Monday, May 1, 2017


Janet Louise Stevenson wrote, "Authenticity requires vulnerability, transparency and integrity."

In the fan autopsy of LOST series, there were conflicting results of whether the show runners captured the essence of the LOST experience and mythology to the end. To be authentic means being genuine; made or done in the traditional or original way, or in a way that faithfully resembles an original.

LOST started off gang busters as a media and audience favorite. The idea of combining the terror of a commercial plan crash and a mysterious island filled with characters with secrets captivated us. The quick pace of the pilot made us comfortable with the large ensemble cast. The foundation of the series was set: every character has a back story, but there are situations where one can erase their past to create a their new future.

In the quest to find a new future, the characters were set against various villains, dangers and unbelievable science bending physics. But we stuck with the characters as the plot lines began to weave, zig, zag and stumble like a 3 a.m. drunk. We felt empathy for the characters because we had glimpses of their vulnerability. We understood most of the them through the flashbacks of events that changed (or hindered) their lives. Many had been on emotional roller coasters, only to wind up on a wilder island ride.

But the writers were not as transparent as most wanted them to be. When you create a mystery, viewers expected an answer. (Note: even if the answer did not make sense.) When a character betrays another, you expect a complete explanation. When a character changes sides, we would like to know the reason why.

 Integrity is the quality of being honest and having strong moral principles; the condition of being unified, unimpaired, or sound in construction. The 6th season lost most viewers because the show runners had not been fully honest when they boasted from the beginning that they had the story fully worked out to the end. The hard dead lines and tangential plot lines that added confusion instead of Easter eggs led to a vocal minority saying "they are making it up as they go."  That complaint stings when you network has positioned the series as one of the greatest television events of all time.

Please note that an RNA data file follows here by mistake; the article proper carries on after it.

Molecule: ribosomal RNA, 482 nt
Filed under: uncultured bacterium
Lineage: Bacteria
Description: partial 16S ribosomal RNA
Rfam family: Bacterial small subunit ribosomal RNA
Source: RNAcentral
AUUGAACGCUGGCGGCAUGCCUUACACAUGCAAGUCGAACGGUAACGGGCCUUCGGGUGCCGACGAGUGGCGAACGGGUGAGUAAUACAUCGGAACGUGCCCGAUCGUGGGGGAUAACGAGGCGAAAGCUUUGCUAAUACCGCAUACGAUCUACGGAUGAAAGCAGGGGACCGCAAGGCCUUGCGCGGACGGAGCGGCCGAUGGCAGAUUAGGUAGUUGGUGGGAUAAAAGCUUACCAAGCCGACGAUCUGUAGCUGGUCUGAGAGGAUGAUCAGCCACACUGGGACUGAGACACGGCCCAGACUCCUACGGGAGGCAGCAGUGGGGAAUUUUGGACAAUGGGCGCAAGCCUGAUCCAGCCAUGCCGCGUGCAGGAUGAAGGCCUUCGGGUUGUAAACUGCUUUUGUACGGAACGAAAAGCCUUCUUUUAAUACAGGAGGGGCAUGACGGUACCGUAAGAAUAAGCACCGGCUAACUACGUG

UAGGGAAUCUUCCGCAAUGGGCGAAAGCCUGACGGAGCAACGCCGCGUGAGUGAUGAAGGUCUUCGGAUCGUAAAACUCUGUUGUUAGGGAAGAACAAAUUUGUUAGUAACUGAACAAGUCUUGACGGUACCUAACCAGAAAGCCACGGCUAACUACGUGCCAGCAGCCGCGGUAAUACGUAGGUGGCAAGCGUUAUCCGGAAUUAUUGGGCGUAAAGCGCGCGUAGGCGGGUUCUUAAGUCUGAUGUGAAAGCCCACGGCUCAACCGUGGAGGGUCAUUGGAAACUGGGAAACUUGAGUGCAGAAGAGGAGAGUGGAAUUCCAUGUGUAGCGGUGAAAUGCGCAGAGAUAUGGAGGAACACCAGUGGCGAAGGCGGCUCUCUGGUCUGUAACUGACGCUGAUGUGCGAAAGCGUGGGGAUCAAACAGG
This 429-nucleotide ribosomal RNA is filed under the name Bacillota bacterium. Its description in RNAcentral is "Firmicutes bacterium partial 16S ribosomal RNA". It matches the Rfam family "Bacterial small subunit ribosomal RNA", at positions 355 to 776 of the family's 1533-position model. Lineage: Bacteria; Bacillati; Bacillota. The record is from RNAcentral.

The fast forward, sideways world still bothers most people. It does not have any unification, pairing or sound construction to the original story line. If you would have eliminated it in its entirety, it would not have had a great impact on the resolution of the island story lines. Instead, it caused more problems than solutions.

LOST was an original series that lost its way about halfway through its run. If the writers had kept to the original story principles instead of shooting for dramatic filler and strange plot twists, it could have been a more authentic classic.

Thursday, April 20, 2017


In the upcoming horror film “House of the Disappeared,” actress Kim Yun-jin portrays a mother fiercely protective of her children, inside a house that appears to be haunted by uneasy spirits.

She plays two versions of her character Mi-hee -- as a 40-something housewife, and a much older, grey-haired woman who has lost her children through unexplainable causes.

The younger Mi-hee has already been through a lot at the start of the film, having lost her first husband to heart disease and putting up with a second husband who has alcohol and rage issues.

“Simply put, she’s a strong woman,” Kim told The Korea Herald.

Kim animatedly described her role, one that she felt was “a once-in-a-lifetime opportunity.”

“At the same time, I tried to express her younger self as somewhat unknowing, despite her hardships, to highlight the gap between her and her older self,” she said.

Being able to display a rich range of emotions of a multifarious character -- from the confused mother to the terrified woman, and later in the film, an ill, grief-stricken ex-prisoner -- was fulfilling, she said.

“When else would I have the opportunity to lead a film with this kind of female character?”

It has been more than a decade since Kim came into international fame with the character Sun in the smash-hit US drama series “Lost,” which aired on ABC from 2004 to 2010. Since then, she has been among the few Korean entertainers -- alongside actor Lee Byung-hun -- to be active in both the US and Korea.

Kim says she is still in awe of the monumental status that “Lost” came to occupy on American TV. The show was a pioneer, one of the first to shed light on actors of different ethnicities, she said.

“It was a brave, but also very intelligent decision on the part of J. J. Abrams,” she said, referring to the show’s creator and renowned director who has helmed films such as “Armageddon” (1998) and “Star Trek Into Darkness” (2013).

After “Lost,” iconic multi-ethnic shows such as “Grey’s Anatomy” and “Heroes” followed, Kim pointed out.

The Character of Sun on LOST continues to have steady international work but tells of differences between filming roles in the United States and in Korea.

Maintaining a firm foundation in the Korean film scene helped her US activities, in terms of both experience and recognition, she said. Before heading to Hollywood, Kim had taken up significant roles in major Korean films such as “Shiri” (1999). Her filmography has come to encompass thrillers such as “Seven Days” (2008) and family dramas such as “Ode to My Father” (2014).

“Producers have to pay attention to the Asian market as well,” she said, in an age when TV shows are streamed internationally.

Having had the opportunity to work in two countries, Kim noted several differences.

“There are more roles that portray females as strong, warrior-like figures in the US,” she said. “There is a larger scope (for acting).”